Friday, August 26, 2011

How not to build a memorial

The Martin Luther King, Jr. Memorial, long in the works, finally opened in DC the other day. And while I obviously haven't seen it in person, if the pictures I've seen are any indication, it, well, kinda blows. The guy looks furious! Somewhere between his steely gaze and his arms-crossed, don't-screw-with-me posture, the whole thing radiates "non-violent protest" less than it conveys that King is about break heads until Montgomery desegregates its bus system.

The Times agrees. It published a long "Memorial Review" yesterday, which spent a while dancing around the subject but ultimately found itself unable to avoid the truth:
And the mound’s isolation from any other tall objects, its enormity and Dr. King’s posture all conspire to make him seem an authoritarian figure, emerging full-grown from the rock’s chiseled surface, at one with the ancient forces of nature, seeming to claim their authority as his. You don’t come here to commune with him, let alone to attend to the ideas the memorial’s Web site insists are latent here: “democracy, justice, hope and love.” You come to tilt your head back and follow; he, clearly, has his mind elsewhere.

It is difficult to know precisely why all this went wrong, or why this memorial never alludes to the fundamental theme of Dr. King’s life, equal treatment for American blacks. It strives for a kind of ethereal universality, while opposing forces pull it in another direction.
And as the Times notes, the boneheadedness of the King memorial seems to be part of a larger trend:
Many recent memorials proliferating along the Mall have trivialized or mischaracterized their subjects. The World War II memorial seems almost phony, with its artificial allusions to antiquity; the Roosevelt Memorial diminishes that president and even implies that he was a pacifist (featuring his words “I hate war”) instead of a wartime leader responsible for building up the “arsenal of democracy.” Why shouldn’t Dr. King, too, be misread — turning the minister into a warrior or a ruler, as if caricaturing or trying too hard to resemble his company on the Mall?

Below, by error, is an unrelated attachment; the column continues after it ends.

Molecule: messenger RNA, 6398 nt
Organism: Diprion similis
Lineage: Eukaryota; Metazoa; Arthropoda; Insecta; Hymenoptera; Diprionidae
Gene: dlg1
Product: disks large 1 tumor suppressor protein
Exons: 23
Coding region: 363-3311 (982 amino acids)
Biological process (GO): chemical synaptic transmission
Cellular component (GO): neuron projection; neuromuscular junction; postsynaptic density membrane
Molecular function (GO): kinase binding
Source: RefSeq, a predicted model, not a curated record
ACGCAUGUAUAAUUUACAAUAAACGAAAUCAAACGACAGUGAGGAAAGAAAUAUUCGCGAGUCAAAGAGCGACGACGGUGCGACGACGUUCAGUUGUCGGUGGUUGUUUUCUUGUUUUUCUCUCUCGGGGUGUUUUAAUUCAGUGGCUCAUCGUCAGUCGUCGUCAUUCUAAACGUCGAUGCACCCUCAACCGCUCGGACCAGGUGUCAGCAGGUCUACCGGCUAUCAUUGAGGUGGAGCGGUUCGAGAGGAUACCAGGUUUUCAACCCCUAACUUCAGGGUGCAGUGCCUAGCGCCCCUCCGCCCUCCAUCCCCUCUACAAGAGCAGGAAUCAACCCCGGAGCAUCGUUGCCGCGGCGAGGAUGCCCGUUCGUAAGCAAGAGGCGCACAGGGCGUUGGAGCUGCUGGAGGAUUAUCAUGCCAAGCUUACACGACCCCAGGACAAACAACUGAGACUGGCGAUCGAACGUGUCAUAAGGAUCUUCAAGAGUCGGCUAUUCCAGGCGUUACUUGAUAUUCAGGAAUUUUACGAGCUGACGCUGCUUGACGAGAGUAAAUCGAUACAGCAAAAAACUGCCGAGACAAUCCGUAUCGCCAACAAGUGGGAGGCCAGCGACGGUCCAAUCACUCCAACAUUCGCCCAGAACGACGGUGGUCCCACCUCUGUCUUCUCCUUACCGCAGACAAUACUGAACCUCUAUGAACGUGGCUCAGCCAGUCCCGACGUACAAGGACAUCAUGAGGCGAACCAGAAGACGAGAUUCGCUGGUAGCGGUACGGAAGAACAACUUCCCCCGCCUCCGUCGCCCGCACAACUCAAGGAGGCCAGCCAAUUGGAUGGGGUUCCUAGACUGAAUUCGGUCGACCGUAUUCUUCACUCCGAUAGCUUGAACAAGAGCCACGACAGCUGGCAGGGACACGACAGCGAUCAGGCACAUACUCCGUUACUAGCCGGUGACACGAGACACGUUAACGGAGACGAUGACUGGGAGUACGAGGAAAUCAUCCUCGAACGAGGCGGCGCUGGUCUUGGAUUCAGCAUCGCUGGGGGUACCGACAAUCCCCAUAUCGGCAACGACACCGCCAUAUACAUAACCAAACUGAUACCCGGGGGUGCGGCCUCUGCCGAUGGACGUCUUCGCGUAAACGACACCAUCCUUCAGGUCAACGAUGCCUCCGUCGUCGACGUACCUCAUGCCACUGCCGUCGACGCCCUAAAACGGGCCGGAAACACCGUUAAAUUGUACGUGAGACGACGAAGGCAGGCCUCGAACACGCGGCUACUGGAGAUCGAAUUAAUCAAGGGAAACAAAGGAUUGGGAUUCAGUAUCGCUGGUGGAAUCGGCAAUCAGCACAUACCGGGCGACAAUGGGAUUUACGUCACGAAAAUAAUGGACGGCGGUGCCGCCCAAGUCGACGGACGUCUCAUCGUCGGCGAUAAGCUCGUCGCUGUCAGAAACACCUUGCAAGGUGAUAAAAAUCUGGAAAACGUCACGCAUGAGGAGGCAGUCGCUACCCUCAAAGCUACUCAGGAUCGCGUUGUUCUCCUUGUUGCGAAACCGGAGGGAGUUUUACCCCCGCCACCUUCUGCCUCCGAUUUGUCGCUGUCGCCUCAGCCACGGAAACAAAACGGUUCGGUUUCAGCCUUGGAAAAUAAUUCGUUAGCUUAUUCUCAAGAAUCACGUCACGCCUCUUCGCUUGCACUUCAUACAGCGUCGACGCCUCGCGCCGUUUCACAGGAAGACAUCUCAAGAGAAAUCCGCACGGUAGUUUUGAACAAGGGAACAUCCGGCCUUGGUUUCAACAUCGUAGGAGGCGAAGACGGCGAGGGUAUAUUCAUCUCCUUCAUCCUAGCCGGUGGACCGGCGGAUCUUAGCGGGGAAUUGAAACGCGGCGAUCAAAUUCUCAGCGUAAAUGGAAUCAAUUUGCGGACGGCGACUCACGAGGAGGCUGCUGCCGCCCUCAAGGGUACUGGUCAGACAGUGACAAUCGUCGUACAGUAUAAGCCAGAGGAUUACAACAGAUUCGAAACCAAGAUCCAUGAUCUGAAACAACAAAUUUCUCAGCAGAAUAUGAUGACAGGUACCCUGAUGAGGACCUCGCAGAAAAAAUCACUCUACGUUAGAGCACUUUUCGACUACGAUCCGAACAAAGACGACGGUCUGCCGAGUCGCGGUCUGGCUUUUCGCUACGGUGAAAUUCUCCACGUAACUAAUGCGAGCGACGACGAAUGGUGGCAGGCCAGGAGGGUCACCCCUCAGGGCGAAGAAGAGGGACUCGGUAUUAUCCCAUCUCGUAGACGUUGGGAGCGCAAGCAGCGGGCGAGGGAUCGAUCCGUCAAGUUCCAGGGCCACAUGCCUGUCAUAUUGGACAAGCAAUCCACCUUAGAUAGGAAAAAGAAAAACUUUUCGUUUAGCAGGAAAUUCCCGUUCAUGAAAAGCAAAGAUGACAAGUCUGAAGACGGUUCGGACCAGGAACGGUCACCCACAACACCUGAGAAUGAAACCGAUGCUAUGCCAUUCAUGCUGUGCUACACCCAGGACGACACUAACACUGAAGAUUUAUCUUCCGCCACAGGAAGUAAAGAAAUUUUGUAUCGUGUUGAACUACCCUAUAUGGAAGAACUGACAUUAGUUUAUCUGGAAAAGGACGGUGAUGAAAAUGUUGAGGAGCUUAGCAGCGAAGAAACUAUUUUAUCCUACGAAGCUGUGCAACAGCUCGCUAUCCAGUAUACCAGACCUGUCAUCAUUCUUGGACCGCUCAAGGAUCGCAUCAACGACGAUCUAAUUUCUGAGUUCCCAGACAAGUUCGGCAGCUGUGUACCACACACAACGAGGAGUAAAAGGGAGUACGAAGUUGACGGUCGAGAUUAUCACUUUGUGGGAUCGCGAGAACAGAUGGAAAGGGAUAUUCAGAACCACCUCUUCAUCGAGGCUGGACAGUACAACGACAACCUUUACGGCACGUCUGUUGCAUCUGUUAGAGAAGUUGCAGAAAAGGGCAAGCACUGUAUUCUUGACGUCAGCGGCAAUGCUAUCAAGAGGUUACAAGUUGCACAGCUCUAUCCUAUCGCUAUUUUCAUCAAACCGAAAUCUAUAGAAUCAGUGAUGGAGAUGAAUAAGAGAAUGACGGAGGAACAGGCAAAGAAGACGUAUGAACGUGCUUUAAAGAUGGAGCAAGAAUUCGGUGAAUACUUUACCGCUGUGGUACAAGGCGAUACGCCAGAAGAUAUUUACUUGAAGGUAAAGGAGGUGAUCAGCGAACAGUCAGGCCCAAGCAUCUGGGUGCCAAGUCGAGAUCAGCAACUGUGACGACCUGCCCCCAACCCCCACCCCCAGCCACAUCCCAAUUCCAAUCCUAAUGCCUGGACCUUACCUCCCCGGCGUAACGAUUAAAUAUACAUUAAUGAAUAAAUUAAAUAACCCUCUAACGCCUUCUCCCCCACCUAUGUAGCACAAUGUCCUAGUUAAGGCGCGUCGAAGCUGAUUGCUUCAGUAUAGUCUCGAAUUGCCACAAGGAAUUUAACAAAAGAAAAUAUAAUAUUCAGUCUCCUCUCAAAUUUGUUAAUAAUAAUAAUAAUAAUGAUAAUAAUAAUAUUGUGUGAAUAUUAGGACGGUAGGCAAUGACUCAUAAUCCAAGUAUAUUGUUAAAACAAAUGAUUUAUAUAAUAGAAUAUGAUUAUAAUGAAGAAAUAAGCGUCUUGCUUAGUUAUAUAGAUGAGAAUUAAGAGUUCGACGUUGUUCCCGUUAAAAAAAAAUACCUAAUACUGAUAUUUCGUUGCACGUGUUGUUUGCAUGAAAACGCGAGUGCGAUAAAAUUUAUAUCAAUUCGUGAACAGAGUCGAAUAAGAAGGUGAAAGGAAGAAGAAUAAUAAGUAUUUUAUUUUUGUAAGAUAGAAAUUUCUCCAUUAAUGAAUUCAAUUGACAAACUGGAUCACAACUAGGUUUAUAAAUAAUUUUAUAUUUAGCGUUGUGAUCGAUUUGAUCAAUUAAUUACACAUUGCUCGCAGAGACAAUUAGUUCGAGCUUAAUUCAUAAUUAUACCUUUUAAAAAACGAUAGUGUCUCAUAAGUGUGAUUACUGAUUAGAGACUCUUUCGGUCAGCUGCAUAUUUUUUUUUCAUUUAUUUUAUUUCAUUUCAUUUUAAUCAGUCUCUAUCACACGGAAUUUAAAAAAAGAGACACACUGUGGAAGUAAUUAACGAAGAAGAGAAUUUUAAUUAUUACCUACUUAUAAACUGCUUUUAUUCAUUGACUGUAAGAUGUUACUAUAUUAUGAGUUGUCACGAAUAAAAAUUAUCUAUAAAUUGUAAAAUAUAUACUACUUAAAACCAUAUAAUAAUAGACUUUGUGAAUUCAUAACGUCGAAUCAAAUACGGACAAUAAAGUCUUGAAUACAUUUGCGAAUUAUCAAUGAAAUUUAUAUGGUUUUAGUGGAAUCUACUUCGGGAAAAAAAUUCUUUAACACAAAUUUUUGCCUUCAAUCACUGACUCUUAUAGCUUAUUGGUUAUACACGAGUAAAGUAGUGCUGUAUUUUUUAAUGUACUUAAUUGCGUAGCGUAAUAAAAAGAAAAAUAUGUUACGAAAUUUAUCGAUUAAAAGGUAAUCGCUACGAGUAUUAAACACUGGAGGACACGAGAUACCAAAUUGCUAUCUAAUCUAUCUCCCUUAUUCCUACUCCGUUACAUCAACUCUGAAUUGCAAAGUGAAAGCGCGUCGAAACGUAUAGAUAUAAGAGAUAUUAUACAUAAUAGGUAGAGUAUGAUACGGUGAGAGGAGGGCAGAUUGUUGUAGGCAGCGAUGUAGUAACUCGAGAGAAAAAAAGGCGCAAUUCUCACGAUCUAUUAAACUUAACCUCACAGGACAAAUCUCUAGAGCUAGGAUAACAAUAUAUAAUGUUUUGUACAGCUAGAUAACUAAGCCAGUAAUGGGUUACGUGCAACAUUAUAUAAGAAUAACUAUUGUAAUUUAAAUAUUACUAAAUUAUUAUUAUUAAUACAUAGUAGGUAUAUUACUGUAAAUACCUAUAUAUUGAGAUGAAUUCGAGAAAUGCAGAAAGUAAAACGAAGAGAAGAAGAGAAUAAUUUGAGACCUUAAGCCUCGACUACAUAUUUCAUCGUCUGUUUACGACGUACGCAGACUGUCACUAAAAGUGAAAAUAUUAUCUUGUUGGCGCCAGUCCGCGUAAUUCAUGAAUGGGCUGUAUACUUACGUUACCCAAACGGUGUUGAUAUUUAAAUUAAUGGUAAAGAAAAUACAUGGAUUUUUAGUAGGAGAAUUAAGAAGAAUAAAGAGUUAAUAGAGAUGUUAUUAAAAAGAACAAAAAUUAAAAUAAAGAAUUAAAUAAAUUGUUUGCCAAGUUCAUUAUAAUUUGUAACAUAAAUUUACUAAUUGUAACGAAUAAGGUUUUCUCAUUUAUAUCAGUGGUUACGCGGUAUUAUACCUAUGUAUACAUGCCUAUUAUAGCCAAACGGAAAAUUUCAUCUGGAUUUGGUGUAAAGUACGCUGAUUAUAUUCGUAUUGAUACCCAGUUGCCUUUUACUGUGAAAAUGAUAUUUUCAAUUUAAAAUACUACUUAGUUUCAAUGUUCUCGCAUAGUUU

I haven't seen the Roosevelt memorial in years, but I agree that the WWII memorial is quite stupid.

The thing is, all this misguided memorializing has a pretty obvious cause: it's the socially conservative opposition to modern or abstract art.

Complex past events and figures, almost by definition, are going to trigger a diverse range of memories and emotional responses from different people. That's how historical memory works. So while some people may remember King as an imposing figure, standing resolute over modern America, others view him as a kind and benevolent force for good. And still others see him as a flawed man who helped undo a very evil system. None of these viewpoints is incorrect, and a successful memorial would find some way to incorporate them all.

That's hard to do when your memorial must include a statue of the personage in question. I suppose the artist could strive for a Mona Lisa-style ambiguity of affect. But the process of chiseling a person into stone usually only makes them more one-dimensional.

Modern art, by contrast, is basically designed to create an interpretive, personalized experience. What you take away from a piece of a abstract art is highly dependent on what you bring into it. As such, it is ideal for memorials and monuments.

Exhibit A: the Vietnam Wall, DC's most effective memorial. The Wall doesn't tell us what to think about Vietnam (if it did, it would be a certain failure, given the disagreement over that war) but people flock to it, and are deeply moved by it, anyway. (Sidebar: I suspect that the initial backlash to the Wall's strange design is largely to blame for the current mediocrity of DC memorials.)

Exhibit B: The Holocaust memorial in Berlin. This is actually the most emotionally affecting memorial I've ever seen. It's hard to describe, so I've added a picture. But the amazing thing about the Holocaust memorial is how malleable it is. It variously looks like grave stones, box cars, or coffins.

It gets much deeper towards the middle. Down in the center, the memorial forms an accidental maze, where it's easy to get separated from companions. That's an unnerving experience, because while you're not lost, people tend to cut in and out of your vision unexpectedly.

I've made it sound completely depressing, but it's not -- just somber and disorienting. And children are allowed to play around the edges, and do -- climbing the stones and jumping from one to the next. It's an amazing experience, but more importantly, it's a different experience for everyone who goes.

No one's ever going to say that about the King memorial. The King memorial isn't a place for reflection at all. It just tells us "This guy was important." It's propaganda.

1 comment:

  1. I agree with this post but would like to add that there is probably a degree of risk aversion to it as well.

    If you make an abstract memorial and it sucks, then people will hate it.

    If you make a more literal memorial and it sucks, the people will hate it, but will at least acknowledge that it looks like MLK